"What I want them to learn is basic car repairs, like oil changes, so these kids can get a job right away," he said, noting most jobs are off the reservation in Reno, 45 miles to the south.

Melendez beamed about the opportunities this school offers the reservation since it opened four years ago. The principal noted that within recent memory the school’s enrolment at the old high school dwindled below 20. Besides the aesthetics of a sharp-looking building, the programs offered that started with incentives of athletics and is branching into the academics, has the student population at a vibrant 125 with kids busing in from as far as Reno.

A strong program in the trades is vital to the success of a school on reservation Melendez believes, because for the majority of students post-secondary education is not a strong reality. Also, auto and wood shop, like athletics, are those carrots that stimulate an interest for those who might not otherwise attend school just for academics.

"We’re trying to keep them here because this school is for them. For Indian kids the vocations are important that if they don’t go to college, they can still work or go to trade schools," Melendez said.

In the present metal shop, a decade-old beater covered in epoxy sits beside a torn apart and thoroughly examined engine that’s seen better days. This section of the room, in conjunction with the hydraulic lift, takes up the majority of space where Jim Copeland teaches his classes. In the remaining area, welding tables are filled with bicycle frames that are the continuous projects of students whose goal is to emulate the designer bike hanging from the ceiling.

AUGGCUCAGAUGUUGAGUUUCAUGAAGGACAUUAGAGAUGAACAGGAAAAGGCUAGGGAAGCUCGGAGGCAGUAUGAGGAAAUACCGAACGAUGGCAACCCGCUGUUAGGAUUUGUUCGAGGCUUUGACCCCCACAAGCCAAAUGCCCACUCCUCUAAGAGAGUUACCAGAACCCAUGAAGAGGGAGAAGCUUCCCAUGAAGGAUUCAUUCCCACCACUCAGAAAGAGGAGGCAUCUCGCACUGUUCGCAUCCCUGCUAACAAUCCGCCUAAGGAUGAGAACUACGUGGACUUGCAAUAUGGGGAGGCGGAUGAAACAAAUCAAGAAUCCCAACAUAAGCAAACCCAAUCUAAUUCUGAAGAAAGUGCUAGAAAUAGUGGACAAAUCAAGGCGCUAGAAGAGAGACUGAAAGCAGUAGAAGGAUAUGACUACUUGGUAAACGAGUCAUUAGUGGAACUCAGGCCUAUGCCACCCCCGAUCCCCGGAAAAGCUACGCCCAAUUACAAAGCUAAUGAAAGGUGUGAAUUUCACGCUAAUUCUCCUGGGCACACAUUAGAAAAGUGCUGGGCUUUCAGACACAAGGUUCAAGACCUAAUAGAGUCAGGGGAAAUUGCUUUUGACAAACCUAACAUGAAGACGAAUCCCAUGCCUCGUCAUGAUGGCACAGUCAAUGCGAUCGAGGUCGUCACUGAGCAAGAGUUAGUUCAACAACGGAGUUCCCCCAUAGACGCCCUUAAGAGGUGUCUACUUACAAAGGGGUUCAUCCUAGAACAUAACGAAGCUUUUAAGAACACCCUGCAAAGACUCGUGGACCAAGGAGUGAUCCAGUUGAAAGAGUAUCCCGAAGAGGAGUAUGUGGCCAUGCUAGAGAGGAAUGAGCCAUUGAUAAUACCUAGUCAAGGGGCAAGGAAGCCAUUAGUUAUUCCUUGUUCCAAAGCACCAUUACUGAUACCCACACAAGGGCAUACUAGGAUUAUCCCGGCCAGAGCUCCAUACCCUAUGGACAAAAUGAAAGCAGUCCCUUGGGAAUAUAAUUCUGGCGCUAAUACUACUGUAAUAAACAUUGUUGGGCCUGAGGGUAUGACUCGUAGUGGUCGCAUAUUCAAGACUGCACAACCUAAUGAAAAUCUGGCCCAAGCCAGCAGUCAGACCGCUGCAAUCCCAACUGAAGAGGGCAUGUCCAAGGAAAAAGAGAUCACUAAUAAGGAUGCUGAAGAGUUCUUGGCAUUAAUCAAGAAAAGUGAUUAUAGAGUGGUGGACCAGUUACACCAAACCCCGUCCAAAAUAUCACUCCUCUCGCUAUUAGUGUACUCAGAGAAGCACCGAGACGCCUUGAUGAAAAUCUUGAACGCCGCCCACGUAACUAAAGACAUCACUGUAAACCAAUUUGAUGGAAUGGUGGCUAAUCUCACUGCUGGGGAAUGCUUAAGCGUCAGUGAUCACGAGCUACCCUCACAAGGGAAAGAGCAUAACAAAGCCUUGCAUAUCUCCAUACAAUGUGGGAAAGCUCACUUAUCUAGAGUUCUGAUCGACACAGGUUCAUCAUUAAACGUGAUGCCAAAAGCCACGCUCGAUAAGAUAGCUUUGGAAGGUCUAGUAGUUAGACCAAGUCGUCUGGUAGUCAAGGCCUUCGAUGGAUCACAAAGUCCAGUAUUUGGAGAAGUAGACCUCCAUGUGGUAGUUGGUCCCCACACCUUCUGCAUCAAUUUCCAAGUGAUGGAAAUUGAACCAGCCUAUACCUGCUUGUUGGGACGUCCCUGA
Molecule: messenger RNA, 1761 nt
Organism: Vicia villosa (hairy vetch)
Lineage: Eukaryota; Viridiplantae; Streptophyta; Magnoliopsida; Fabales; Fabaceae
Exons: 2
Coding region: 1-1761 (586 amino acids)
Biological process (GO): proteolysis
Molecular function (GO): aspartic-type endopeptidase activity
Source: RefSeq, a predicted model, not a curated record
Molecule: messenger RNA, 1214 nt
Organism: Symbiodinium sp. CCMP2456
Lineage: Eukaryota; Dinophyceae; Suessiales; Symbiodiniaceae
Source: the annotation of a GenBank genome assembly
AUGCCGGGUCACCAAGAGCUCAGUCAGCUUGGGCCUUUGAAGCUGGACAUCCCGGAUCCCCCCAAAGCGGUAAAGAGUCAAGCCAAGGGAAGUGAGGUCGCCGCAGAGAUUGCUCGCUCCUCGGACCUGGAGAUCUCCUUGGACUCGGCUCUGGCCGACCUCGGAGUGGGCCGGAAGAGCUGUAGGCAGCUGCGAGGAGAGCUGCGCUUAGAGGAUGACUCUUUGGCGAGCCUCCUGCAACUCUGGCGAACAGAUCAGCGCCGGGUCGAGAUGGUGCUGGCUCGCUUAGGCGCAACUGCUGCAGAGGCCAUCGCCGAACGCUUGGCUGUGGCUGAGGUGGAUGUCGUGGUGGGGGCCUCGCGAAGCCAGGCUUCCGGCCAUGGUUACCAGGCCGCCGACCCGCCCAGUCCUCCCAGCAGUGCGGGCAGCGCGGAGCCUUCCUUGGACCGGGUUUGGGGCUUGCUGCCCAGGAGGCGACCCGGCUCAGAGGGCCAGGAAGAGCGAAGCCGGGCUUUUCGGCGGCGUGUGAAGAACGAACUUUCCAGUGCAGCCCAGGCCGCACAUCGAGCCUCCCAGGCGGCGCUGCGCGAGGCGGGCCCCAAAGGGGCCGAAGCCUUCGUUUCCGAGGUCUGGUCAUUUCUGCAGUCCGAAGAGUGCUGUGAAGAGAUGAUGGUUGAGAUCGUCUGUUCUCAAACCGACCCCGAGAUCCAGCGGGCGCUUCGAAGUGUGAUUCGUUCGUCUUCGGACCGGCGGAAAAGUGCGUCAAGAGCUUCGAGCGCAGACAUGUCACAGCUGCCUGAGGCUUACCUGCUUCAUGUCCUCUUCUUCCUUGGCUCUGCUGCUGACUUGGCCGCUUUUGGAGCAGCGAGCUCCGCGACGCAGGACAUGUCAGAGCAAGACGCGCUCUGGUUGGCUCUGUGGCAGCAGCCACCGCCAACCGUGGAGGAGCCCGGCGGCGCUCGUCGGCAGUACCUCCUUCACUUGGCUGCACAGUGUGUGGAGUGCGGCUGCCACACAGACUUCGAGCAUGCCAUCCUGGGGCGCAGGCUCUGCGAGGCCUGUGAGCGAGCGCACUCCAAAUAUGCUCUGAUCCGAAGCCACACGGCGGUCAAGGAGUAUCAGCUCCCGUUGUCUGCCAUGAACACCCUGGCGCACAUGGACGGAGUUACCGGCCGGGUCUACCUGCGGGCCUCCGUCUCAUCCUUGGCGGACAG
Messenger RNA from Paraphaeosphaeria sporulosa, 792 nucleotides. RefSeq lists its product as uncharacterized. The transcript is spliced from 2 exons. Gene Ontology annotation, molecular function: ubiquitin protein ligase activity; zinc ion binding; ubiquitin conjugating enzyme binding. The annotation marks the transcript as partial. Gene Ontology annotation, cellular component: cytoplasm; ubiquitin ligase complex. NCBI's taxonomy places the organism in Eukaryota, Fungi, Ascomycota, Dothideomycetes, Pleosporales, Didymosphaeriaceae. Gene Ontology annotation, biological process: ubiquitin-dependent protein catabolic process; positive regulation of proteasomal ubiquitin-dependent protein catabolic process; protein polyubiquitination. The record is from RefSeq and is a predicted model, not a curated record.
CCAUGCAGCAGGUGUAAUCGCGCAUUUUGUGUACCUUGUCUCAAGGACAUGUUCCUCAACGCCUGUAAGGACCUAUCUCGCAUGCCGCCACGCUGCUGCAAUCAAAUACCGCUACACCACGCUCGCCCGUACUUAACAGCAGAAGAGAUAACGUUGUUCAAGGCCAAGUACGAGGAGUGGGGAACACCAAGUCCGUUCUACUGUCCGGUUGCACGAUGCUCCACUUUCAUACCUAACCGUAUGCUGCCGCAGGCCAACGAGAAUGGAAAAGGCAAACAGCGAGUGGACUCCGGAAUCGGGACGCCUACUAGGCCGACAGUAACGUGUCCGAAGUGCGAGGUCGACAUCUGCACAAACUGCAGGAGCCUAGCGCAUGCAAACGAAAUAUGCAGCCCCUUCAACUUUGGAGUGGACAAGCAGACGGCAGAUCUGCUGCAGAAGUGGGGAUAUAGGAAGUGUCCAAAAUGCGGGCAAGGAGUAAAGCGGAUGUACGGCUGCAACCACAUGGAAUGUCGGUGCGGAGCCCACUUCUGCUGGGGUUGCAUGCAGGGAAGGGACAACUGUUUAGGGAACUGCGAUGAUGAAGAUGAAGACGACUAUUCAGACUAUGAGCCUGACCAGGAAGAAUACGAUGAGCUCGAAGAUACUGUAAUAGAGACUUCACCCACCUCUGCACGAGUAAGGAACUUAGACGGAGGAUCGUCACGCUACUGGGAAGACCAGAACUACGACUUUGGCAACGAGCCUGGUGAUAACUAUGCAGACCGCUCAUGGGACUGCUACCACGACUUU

Within these conditions, Copeland said certain hazards exist that will be eliminated with the new auto shop. Noxious gases, though not lethal or toxic, created by the use of welding tools can pose a problem.

"There’s supposed to be a hood (overhead) to suck the gases out and the side panels will block the (blue powerful) light out from other people," said Copeland.

With the location of the metal shop building, its isolation can also facilitate the use of environmentally-unfriendly products that are associated with automobiles. The disposal of oil and the use of paint products which couldn’t occur in the main building will be easily safeguarded and controlled.

The new metal shop will also create more space inside the school. Once the present auto equipment is moved, an entire room next to the wood shop will be vacant.

This space will house construction sciences and this is where Clayton’s contracting abilities will be fully maximized. Goals include teaching the kids the ability to design, construct and wire a one-room home with plumbing, a challenge the wood shop teacher will relish.

The trophy case, an entertainment unit and other smaller items, have become the building blocks to take on bigger projects. Ultimately, in addition to giving the students at Pyramid Lake job-ready skills, the wood and auto classes provide another venue for self-esteem.

"With all of this, we’re trying to take the mindset of ‘It’s broken, it’s like that forever’ and change that to ‘I can fix it because I’m well-trained,’" Clayton said.